Corridor Concerns 2020-01-09T11:24:51-05:00

Corridor Concerns

It is important to take into account the possibility of negative, unintended consequences of corridor creation in their design. In the same ways that corridors may facilitate movement of rare, endangered, or declining species, they may also increase dispersal of unwanted species, such as invasive species, or antagonists (predators or diseases) of conservation targets.

For the most part, researchers have not encountered negative effects of corridors in conservation. Yet, work is still needed to understand when and where corridors can have negative effects.

Edge Effects

Forest borderOne important negative effect of corridors is introduced because of their long and narrow shape. This shape creates boundaries between conservation and degraded areas. Species tend to behave differently at these boundaries, or edges, of habitat fragments, and there is concern that in creating habitat patches such as corridors, the high ratio of edge to area might be detrimental to species using the corridor.

This concern is somewhat supported by research; because of edge effects, some species do experience corridors as habitat sinks or ecological traps. When edge effects are negative, they should be planned for and mitigated against when designing corridors.



Golden_Orb_spider_and_webAnother concern about corridors is that they may increase predation rates. If prey are dispersing through corridors, this may provide the perfect bottleneck of which a predator can take advantage.

This, also, is a valid concern that is not strongly supported by scientific evidence. There is no clear evidence that predation rates universally increase in a negative way due to corridors, although the relationship between predation and corridors is complex.




Aceraceae-Plant-diseasesRelated to effects of corridors on predation, diseases and other parasites may also utilize corridors to enhance dispersal and transmission.  If corridors connect individuals more effectively, then pathogens or individual parasites may also spread more rapidly through connected patches.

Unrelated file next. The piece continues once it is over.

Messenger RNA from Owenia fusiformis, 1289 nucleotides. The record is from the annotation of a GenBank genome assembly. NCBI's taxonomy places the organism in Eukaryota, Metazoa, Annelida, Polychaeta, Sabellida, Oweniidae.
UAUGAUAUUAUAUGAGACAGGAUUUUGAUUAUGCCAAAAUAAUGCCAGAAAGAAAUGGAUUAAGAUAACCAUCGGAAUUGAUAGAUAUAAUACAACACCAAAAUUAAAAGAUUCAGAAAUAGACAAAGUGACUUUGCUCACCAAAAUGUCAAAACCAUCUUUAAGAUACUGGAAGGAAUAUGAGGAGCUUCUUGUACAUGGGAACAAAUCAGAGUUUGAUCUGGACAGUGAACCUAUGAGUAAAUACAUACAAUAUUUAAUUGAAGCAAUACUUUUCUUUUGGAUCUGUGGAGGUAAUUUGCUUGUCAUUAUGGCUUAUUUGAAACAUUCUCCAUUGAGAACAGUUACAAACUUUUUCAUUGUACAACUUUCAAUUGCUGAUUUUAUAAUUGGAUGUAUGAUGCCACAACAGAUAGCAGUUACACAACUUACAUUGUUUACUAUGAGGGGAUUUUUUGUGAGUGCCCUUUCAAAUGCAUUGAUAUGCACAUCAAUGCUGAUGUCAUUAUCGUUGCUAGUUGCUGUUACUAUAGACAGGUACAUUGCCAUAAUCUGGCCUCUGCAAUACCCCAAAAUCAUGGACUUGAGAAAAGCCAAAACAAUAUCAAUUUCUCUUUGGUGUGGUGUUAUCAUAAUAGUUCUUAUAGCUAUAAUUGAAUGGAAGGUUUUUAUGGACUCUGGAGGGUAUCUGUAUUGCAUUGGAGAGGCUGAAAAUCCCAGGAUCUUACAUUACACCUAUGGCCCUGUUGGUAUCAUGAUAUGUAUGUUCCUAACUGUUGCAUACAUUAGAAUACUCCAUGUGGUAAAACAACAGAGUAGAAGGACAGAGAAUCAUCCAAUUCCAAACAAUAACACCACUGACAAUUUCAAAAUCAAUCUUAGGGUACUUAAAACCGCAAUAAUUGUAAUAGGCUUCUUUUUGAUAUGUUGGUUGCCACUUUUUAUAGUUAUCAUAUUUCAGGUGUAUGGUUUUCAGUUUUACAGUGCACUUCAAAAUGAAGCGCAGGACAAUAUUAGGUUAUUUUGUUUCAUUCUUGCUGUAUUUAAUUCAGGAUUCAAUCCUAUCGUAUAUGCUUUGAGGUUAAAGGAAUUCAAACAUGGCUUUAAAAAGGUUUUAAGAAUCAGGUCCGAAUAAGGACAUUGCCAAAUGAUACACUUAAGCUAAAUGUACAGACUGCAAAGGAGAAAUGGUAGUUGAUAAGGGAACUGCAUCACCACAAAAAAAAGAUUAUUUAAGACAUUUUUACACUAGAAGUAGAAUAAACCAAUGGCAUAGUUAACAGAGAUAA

Evidence to date suggests that some parasites, particularly those that are dispersed by animals, move more frequently between patches connected by corridors. But there has been no evidence that this reduces the persistence of species in restoration or conservation.


Invasive Species

There has been little evidence that corridors alone, created in conservation or restoration, increase the spread of invasive species. These species are generally excellent colonizers, regardless of whether there are corridors.  Their ability to spread rapidly and displace native species is an inherent characteristic rather than a sole feature of the landscape.

Some research has suggested that corridors may influence the spread of some invasives, although the effects may be transient.



Population Synchrony

population synchronyOne potential impact of corridors is to synchronize population dynamics and increase the likelihood of metapopulation extinction. Populations that are connected by corridors could have similar changes in abundance, and therefore be more vulnerable to an antagonistic event such as disturbance or invasion.

Research shows that corridors do have the potential to synchronize populations, but the long-term consequences of this synchronization are untested for a diversity of species traits and likely to be complex.

Below are examples from corridor and connectivity research that show the specific effects corridors can have, both in positive and negative ways.